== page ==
I have lived full of reassurances – offering the hope desperately needed – insisting that the machine can be beaten if we just stand together facing it without giving in. The difference, the machine doesn’t breathe, or eat, or sleep – the machine doesn’t know doubt, the fear of failure, or the sense of worthlessness at taking one’s family to the brink of disaster for a stand on principle that seems to have so little meaning in a society where illusion has the power.

What we, as a nation of citizens of conscience, have allowed to happen is incomprehensible in terms of the costs to humanity. Five years and counting, and the conscience of this nation has gone into hiding as we hear those in our leadership positions seeking to reassure us that their deplorable actions as human beings actually have any real value in moving us all closer to peace and justice in the world.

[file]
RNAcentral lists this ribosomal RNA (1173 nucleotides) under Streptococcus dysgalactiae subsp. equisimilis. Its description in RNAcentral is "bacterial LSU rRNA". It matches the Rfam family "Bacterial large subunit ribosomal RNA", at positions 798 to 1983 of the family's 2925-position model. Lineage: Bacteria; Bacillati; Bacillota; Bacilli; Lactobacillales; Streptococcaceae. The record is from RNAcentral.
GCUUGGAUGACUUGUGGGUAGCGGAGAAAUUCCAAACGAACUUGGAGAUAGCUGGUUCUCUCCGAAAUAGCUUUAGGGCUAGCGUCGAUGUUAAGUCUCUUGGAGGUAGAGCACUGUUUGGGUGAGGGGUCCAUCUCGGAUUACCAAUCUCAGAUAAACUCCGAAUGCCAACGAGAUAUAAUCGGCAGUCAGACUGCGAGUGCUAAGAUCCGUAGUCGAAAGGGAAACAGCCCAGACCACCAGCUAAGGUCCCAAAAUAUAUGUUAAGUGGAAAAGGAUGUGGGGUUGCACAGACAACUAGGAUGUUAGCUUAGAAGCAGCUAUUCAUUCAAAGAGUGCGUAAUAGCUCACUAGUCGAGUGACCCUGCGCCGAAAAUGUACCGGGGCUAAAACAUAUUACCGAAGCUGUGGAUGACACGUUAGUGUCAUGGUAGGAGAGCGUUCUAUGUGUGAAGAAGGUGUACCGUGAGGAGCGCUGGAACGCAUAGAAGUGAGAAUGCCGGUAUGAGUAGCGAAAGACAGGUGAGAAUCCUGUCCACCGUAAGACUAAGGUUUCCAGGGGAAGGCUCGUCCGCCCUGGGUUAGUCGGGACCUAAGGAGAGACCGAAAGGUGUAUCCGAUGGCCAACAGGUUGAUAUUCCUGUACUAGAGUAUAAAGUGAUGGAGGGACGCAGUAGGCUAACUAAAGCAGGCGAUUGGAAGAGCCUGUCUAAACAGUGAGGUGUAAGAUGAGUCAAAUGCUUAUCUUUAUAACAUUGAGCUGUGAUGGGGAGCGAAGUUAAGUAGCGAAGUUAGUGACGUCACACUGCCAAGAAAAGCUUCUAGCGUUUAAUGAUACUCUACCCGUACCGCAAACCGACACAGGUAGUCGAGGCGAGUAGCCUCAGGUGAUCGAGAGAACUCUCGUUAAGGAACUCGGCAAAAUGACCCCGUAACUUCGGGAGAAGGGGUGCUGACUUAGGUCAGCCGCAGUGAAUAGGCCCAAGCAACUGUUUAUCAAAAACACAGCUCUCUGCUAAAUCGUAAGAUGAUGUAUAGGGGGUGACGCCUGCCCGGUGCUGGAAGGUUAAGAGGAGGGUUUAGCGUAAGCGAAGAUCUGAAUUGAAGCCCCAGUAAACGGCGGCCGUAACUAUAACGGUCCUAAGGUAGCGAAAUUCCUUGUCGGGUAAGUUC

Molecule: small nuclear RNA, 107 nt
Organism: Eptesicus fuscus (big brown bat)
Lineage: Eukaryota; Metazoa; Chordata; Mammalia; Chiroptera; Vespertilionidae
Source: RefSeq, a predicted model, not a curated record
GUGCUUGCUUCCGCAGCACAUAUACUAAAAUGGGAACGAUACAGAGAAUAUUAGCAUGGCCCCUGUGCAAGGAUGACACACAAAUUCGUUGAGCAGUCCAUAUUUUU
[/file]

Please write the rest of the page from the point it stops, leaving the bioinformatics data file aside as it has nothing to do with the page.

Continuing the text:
There is nothing our leadership has done that has value to anyone but themselves and there is nothing left to say to a nation of citizens who can’t seem to figure out that the freedom they demand takes diligent responsibility, real effort and a sacrifice of life few seem willing to pay.

It’s not about dying on the battlefield – freedom demands something far more difficult. It’s about living with conviction – the courage to stand on principle knowing the consequences will be stiff, and at times quite painful.

Death for freedom is a cowardly concept, and to believe in our leadership when they tell us of the noble honor in dying to defend our freedom is to live as cowards believing in an illusion destined to destroy our humanity.